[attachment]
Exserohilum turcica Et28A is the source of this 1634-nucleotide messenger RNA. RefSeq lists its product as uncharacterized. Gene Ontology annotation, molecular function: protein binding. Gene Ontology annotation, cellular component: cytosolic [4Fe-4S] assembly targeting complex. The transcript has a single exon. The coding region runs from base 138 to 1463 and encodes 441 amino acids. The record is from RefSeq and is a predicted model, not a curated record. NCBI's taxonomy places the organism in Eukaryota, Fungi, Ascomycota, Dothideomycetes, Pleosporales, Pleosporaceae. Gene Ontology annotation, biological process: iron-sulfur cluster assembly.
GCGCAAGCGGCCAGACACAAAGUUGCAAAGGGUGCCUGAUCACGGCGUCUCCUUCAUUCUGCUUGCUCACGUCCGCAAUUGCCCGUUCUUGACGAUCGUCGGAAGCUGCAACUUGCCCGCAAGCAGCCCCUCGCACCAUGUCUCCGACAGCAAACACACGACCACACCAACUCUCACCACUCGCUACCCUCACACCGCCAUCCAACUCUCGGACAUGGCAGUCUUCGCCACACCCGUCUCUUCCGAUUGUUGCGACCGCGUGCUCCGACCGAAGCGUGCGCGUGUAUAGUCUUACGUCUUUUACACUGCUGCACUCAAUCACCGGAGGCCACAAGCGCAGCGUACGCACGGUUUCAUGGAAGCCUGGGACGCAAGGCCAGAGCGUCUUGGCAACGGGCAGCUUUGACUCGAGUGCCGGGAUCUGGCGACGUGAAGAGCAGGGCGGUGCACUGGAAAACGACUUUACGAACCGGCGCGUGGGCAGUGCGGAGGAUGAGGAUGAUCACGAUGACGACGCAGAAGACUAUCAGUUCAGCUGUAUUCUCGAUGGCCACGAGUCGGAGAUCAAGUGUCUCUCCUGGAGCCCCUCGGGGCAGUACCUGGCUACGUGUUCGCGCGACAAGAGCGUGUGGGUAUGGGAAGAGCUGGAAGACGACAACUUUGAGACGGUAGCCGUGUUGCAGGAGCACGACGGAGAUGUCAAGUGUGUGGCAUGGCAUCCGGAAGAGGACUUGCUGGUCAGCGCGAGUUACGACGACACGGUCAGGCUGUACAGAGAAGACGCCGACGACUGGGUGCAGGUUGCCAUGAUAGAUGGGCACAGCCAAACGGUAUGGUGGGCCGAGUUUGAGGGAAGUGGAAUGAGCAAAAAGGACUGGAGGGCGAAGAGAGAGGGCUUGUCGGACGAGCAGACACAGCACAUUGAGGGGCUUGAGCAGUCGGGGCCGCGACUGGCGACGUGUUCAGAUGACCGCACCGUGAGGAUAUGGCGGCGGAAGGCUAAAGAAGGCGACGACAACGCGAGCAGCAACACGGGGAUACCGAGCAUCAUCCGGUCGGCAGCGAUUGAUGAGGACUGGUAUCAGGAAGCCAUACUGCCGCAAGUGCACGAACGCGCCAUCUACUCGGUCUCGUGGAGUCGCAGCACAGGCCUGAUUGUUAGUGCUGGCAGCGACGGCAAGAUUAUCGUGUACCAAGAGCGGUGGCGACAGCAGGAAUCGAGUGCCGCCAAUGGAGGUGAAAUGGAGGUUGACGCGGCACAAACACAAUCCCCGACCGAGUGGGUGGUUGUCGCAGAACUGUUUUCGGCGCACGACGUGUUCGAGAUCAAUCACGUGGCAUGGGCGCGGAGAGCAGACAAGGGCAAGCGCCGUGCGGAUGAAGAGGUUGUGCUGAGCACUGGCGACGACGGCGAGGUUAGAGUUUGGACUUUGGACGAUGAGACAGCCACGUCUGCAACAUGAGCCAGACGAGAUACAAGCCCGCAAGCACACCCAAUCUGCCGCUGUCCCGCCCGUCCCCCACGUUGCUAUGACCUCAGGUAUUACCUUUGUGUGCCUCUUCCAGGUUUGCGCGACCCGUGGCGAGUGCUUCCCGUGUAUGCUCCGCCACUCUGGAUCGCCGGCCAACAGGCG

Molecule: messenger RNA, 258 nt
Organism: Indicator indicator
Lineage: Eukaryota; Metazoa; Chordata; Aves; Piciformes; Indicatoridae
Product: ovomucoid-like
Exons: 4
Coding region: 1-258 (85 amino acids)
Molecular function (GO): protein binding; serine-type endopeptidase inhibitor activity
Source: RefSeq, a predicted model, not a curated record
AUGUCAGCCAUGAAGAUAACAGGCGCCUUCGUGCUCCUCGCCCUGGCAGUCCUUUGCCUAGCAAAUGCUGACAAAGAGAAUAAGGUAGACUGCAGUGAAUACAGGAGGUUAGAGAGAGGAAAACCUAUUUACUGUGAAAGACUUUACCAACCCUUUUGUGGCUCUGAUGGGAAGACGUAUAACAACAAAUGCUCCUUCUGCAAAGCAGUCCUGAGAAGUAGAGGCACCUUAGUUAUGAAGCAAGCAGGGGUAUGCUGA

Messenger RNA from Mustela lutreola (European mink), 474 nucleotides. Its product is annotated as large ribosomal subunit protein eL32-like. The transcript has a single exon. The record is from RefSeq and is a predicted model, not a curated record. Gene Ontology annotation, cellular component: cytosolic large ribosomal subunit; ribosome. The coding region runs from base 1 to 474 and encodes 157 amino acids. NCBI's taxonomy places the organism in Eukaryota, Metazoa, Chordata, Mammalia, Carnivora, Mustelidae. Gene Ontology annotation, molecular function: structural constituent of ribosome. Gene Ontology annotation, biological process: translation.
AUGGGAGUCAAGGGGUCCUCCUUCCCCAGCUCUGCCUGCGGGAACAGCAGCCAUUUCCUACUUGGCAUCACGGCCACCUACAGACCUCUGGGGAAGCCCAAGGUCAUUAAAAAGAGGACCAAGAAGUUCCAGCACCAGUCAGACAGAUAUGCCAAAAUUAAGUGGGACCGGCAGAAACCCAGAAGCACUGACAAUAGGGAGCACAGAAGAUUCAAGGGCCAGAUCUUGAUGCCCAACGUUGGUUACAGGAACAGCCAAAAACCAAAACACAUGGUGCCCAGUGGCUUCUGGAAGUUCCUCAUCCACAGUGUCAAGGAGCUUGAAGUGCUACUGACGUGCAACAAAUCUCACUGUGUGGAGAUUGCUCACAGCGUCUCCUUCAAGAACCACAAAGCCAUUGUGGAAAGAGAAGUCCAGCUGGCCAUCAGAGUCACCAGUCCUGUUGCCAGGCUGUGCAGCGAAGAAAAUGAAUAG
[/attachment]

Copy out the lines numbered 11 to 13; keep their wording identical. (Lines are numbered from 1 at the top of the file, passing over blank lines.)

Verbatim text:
AUGUCAGCCAUGAAGAUAACAGGCGCCUUCGUGCUCCUCGCCCUGGCAGUCCUUUGCCUAGCAAAUGCUGACAAAGAGAAUAAGGUAGACUGCAGUGAAUACAGGAGGUUAGAGAGAGGAAAACCUAUUUACUGUGAAAGACUUUACCAACCCUUUUGUGGCUCUGAUGGGAAGACGUAUAACAACAAAUGCUCCUUCUGCAAAGCAGUCCUGAGAAGUAGAGGCACCUUAGUUAUGAAGCAAGCAGGGGUAUGCUGA

Messenger RNA from Mustela lutreola (European mink), 474 nucleotides. Its product is annotated as large ribosomal subunit protein eL32-like. The transcript has a single exon. The record is from RefSeq and is a predicted model, not a curated record. Gene Ontology annotation, cellular component: cytosolic large ribosomal subunit; ribosome. The coding region runs from base 1 to 474 and encodes 157 amino acids. NCBI's taxonomy places the organism in Eukaryota, Metazoa, Chordata, Mammalia, Carnivora, Mustelidae. Gene Ontology annotation, molecular function: structural constituent of ribosome. Gene Ontology annotation, biological process: translation.
AUGGGAGUCAAGGGGUCCUCCUUCCCCAGCUCUGCCUGCGGGAACAGCAGCCAUUUCCUACUUGGCAUCACGGCCACCUACAGACCUCUGGGGAAGCCCAAGGUCAUUAAAAAGAGGACCAAGAAGUUCCAGCACCAGUCAGACAGAUAUGCCAAAAUUAAGUGGGACCGGCAGAAACCCAGAAGCACUGACAAUAGGGAGCACAGAAGAUUCAAGGGCCAGAUCUUGAUGCCCAACGUUGGUUACAGGAACAGCCAAAAACCAAAACACAUGGUGCCCAGUGGCUUCUGGAAGUUCCUCAUCCACAGUGUCAAGGAGCUUGAAGUGCUACUGACGUGCAACAAAUCUCACUGUGUGGAGAUUGCUCACAGCGUCUCCUUCAAGAACCACAAAGCCAUUGUGGAAAGAGAAGUCCAGCUGGCCAUCAGAGUCACCAGUCCUGUUGCCAGGCUGUGCAGCGAAGAAAAUGAAUAG